## Bayes for estimating a small effect in the context of large variation

Shira Mitchell and Mariel Finucane, two statisticians at Mathematica Policy Research (that’s the policy-analysis organization, not the Wolfram software company) write:

We here at Mathematica have questions about priors for a health policy evaluation. Here’s the setting:

In our dataset, healthcare (per person per month) expenditures are highly variable (sd = \$2500), but from prior studies, we don’t expect the policy being studied to have average impact of much greater than \$20. The sample sizes are large enough to have hope to estimate small effects (medical claims records for millions of beneficiaries), but prior knowledge is still useful.

As described here, we consider these levels of priors for the average impact:
1. (essentially) flat prior
2. generic weakly-informative prior: normal(0,1) scaled by sd of the data, so normal with mean 0 and sd \$2500 [that’s normal(0, \$2500) using the mean, sd parameterization of the distribution]
3. specific informative prior: “One principle: write down what you think the prior should be, then spread it out.”
3a. If we think about a large collection of prior studies, we’d believe normal(0, \$20), so we could use something like Normal(0, \$50) as a weakly informative prior
3b. Or a specific prior study that was related: we could center the prior at the point estimate from that evaluation, with a standard deviation twice the SE of that estimate?

Questions:
Thoughts on #2 vs #3 (a vs b)? For #2, which sd to use? Raw sd of expenditures, or a residual sd? Expenditures are highly non-Normal, does this affect the usefulness of the sd as a scale?

First, I’m concerned about the challenges of estimating an average treatment effect of 20 or so, in the context of variation that is 100 times as large. I’m not saying it’s impossible—you just need a sample size in the zillions, of the sort that you can get from administrative records—just that your inference will be highly sensitive to small biases.

[Shira and Mariel elaborate: Say sd = 1 and we want to estimate a true effect = 1 with n = 100, so SE = 0.1. If bias is 0.01, this is only 1% of the true effect, not a big deal. Now say we want to estimate a true effect = 0.01 with n = 1000000, so SE = 0.001. If bias is again 0.01, this is 100% of the true effect, which is a big deal. Larger sample sizes won’t reduce bias, and we expect bias proportional to the sd of the raw data, and not the true effect.]

A randomized trial gets rid of one sort of bias, but there’s still dropout, nonresponse, and plain old variation in the treatment effect. So it would be best if you could somehow decompose the outcome and pull out the part that’s responsive to the treatment and then focus on that part, on the hope that the sd will be a lot less than 2500. [Shira and Mariel say: for example, if we imagine the program decreases hospital expenditures specifically (instead of total expenditures)? or decreases expenditures primarily for high-risk patients?]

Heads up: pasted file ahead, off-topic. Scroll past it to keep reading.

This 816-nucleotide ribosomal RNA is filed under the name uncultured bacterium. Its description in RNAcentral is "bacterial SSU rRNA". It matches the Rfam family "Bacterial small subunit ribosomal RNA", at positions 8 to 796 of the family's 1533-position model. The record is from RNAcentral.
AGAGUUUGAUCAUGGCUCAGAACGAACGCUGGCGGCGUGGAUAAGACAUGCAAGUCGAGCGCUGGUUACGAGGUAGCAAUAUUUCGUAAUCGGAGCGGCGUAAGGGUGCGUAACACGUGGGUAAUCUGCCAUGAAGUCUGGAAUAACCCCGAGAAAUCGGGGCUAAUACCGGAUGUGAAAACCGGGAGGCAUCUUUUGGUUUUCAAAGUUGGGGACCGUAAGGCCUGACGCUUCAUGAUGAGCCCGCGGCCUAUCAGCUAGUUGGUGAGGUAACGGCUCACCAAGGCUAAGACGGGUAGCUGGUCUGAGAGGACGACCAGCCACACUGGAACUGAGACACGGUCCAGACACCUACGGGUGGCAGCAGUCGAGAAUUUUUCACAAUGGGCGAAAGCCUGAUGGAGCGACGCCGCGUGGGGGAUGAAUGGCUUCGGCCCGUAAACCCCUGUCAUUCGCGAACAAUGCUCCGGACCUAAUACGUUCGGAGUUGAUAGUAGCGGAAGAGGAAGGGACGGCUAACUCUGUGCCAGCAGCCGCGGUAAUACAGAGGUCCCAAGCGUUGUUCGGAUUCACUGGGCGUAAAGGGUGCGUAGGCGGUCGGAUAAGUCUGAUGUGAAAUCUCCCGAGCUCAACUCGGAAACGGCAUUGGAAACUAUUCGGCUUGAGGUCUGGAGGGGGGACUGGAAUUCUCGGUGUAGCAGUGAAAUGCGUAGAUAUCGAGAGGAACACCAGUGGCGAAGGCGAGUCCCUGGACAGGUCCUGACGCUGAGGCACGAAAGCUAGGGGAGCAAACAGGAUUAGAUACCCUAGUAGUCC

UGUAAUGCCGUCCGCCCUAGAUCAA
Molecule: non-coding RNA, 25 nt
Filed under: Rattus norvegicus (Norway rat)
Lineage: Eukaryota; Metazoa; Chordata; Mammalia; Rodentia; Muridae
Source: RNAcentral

Second, to get to the problem at hand, I have no problem with something like a conservative normal(0,20^2) prior or a weakly informative normal(0,200^2) prior on the treatment effect. To me, the “conservative” choice is not the flat prior but rather the prior that pulls strongly toward 0; for more on this point, see this paper with Aleks Jakulin.

Shira and Mariel follow up:

We share your notion of conservative. How should this be balanced with prior information we have from a previous (very related) study? Do we center at 0 or the previous study’s estimate? Somewhere in-between? If centered at a non-zero value, then a strong prior is no longer your version of conservative, correct?

My response:

In this context, yes, I feel that centering the prior at a positive value rather than 0 would not be conservative. But I suppose it depends on the context. For example, suppose you label the treatment effect in a previous study as theta_1 and the treatment effect in the current study as theta_2 (these represent the underlying parameters, not the point estimates), and you think of theta_1, theta_2, etc., as draws from some distribution of treatment effects with center mu and scale sigma. Then you could have a conservative prior on mu with mean 0. This will be different from a conservative prior on theta_2 with mean 0. I guess the lesson is that a conservative prior is defined with respect to the problem being studied and the data being modeled.